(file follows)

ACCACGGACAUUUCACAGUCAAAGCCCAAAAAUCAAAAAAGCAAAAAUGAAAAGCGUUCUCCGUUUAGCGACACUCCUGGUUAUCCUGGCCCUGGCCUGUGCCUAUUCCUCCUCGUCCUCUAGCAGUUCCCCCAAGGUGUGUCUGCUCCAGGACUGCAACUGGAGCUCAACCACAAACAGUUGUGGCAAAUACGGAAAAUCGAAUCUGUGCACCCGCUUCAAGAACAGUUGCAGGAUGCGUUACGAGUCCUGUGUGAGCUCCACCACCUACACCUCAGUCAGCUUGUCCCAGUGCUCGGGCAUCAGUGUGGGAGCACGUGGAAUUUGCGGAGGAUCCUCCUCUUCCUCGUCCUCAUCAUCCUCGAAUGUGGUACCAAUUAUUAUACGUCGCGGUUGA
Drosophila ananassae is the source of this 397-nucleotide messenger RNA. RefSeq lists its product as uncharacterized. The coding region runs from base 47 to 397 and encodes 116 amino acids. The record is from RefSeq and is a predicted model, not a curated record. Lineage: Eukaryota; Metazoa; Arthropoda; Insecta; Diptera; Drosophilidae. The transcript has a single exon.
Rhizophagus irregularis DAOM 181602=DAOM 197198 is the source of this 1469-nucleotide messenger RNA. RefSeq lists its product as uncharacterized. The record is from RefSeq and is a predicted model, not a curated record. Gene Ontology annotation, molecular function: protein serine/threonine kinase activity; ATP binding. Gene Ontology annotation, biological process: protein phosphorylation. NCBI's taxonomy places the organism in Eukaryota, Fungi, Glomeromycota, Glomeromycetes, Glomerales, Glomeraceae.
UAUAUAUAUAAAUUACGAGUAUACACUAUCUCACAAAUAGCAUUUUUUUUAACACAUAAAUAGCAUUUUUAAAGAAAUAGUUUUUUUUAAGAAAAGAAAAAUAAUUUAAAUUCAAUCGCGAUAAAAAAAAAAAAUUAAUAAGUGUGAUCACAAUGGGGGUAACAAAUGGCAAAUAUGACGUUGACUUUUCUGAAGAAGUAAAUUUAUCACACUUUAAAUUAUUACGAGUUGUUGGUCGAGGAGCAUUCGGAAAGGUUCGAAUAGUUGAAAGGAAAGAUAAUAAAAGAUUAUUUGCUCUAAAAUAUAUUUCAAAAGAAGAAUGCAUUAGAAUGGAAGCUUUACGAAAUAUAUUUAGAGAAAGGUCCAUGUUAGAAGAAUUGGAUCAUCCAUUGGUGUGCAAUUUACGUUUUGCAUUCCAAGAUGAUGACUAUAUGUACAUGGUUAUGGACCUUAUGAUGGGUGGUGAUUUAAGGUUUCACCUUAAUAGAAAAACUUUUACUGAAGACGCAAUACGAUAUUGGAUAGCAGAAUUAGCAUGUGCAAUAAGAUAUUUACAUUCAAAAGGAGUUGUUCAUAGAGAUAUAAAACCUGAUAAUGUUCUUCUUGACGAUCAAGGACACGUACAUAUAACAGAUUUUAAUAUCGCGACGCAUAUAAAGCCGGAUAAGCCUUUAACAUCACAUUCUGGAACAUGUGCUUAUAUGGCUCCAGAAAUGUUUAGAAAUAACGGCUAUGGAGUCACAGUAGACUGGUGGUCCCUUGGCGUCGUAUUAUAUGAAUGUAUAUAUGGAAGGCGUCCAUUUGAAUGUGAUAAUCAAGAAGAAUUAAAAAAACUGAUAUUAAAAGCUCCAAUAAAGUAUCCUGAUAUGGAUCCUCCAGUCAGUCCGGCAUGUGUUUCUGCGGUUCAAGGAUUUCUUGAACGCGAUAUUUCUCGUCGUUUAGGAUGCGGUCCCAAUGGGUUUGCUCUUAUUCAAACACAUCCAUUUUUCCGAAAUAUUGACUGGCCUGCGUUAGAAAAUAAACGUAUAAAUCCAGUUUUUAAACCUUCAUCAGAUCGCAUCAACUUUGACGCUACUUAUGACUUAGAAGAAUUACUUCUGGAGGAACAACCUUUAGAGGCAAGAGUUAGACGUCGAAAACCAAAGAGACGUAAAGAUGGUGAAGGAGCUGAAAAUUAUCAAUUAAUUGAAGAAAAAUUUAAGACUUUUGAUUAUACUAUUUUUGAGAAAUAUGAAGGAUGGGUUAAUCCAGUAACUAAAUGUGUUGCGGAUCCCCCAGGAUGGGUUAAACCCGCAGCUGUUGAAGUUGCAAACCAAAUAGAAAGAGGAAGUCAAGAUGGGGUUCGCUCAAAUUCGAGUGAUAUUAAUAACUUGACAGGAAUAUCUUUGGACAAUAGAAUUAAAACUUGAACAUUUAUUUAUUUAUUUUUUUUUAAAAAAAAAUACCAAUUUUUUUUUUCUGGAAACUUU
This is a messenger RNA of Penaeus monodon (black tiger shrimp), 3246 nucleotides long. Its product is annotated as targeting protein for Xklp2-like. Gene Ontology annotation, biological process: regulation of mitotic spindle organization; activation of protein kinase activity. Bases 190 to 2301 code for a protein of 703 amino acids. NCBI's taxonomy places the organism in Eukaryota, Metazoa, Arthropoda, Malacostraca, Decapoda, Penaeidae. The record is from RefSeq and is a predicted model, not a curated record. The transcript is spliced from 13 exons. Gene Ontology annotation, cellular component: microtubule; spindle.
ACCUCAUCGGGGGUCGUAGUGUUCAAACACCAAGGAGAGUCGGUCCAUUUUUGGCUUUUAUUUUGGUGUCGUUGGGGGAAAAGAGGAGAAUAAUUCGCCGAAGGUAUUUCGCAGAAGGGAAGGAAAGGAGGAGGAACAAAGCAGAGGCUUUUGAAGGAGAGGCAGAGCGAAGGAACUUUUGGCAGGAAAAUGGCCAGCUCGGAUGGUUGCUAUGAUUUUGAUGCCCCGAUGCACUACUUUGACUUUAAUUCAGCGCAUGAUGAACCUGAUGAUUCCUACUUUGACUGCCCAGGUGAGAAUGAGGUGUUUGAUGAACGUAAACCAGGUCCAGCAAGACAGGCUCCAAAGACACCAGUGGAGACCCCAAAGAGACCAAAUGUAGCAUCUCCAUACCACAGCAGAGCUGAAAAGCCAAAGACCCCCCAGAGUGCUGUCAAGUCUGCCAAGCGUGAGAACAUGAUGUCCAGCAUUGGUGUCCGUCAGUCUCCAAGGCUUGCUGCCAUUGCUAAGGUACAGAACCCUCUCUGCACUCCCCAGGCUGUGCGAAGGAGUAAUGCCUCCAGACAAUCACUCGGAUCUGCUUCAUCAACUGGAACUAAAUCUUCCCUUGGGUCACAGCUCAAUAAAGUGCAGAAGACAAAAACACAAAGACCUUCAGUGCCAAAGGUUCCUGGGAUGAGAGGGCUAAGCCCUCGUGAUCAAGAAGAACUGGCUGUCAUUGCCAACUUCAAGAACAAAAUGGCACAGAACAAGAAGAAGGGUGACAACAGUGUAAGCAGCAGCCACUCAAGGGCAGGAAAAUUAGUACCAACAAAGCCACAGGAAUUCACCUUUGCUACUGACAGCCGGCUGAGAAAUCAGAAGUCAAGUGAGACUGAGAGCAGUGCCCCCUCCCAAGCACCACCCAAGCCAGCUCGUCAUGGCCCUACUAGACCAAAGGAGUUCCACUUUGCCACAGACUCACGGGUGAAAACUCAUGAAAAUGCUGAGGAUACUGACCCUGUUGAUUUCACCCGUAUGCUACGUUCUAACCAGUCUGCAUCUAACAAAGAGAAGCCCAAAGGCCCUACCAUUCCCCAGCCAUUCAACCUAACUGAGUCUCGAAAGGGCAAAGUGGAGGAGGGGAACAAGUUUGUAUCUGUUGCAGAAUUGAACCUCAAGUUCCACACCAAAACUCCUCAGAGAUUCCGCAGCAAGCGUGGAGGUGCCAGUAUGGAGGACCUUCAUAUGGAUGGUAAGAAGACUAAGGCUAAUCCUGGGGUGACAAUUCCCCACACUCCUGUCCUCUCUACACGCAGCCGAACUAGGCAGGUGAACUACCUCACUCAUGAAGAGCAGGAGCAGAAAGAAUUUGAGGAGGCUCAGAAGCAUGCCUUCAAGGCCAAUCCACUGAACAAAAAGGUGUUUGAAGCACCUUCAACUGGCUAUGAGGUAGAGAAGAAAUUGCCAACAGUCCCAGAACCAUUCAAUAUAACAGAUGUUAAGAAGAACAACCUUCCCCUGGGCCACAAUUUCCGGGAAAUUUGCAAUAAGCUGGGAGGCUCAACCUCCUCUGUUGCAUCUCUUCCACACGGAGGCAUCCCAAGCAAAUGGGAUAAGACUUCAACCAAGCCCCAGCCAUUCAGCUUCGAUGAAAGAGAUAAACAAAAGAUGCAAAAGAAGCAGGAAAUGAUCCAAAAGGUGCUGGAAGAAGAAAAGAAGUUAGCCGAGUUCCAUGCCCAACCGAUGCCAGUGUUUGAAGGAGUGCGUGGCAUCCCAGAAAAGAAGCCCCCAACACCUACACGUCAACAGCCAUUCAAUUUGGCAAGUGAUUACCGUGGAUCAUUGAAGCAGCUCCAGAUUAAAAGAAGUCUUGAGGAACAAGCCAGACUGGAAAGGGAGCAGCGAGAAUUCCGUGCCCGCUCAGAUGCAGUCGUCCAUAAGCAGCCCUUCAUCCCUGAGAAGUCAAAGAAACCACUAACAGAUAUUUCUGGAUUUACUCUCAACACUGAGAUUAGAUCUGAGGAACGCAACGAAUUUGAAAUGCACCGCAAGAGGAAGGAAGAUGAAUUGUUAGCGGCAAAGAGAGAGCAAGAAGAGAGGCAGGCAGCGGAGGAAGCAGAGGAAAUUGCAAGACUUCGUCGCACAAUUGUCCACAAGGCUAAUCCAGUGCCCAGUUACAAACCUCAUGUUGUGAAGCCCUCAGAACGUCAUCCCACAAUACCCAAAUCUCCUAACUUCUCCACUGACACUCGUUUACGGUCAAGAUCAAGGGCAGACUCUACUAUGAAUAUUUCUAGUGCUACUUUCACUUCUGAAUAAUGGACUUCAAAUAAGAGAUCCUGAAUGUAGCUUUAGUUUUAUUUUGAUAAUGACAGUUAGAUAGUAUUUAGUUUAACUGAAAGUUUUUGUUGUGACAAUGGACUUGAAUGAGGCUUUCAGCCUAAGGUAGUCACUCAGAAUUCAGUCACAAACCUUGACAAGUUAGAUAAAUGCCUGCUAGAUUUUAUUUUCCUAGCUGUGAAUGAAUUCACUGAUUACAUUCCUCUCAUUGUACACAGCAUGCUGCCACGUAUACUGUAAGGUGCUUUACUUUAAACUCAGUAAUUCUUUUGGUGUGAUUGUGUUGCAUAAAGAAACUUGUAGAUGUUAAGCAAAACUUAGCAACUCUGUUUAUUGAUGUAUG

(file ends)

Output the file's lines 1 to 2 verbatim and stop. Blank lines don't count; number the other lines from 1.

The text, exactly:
ACCACGGACAUUUCACAGUCAAAGCCCAAAAAUCAAAAAAGCAAAAAUGAAAAGCGUUCUCCGUUUAGCGACACUCCUGGUUAUCCUGGCCCUGGCCUGUGCCUAUUCCUCCUCGUCCUCUAGCAGUUCCCCCAAGGUGUGUCUGCUCCAGGACUGCAACUGGAGCUCAACCACAAACAGUUGUGGCAAAUACGGAAAAUCGAAUCUGUGCACCCGCUUCAAGAACAGUUGCAGGAUGCGUUACGAGUCCUGUGUGAGCUCCACCACCUACACCUCAGUCAGCUUGUCCCAGUGCUCGGGCAUCAGUGUGGGAGCACGUGGAAUUUGCGGAGGAUCCUCCUCUUCCUCGUCCUCAUCAUCCUCGAAUGUGGUACCAAUUAUUAUACGUCGCGGUUGA
Drosophila ananassae is the source of this 397-nucleotide messenger RNA. RefSeq lists its product as uncharacterized. The coding region runs from base 47 to 397 and encodes 116 amino acids. The record is from RefSeq and is a predicted model, not a curated record. Lineage: Eukaryota; Metazoa; Arthropoda; Insecta; Diptera; Drosophilidae. The transcript has a single exon.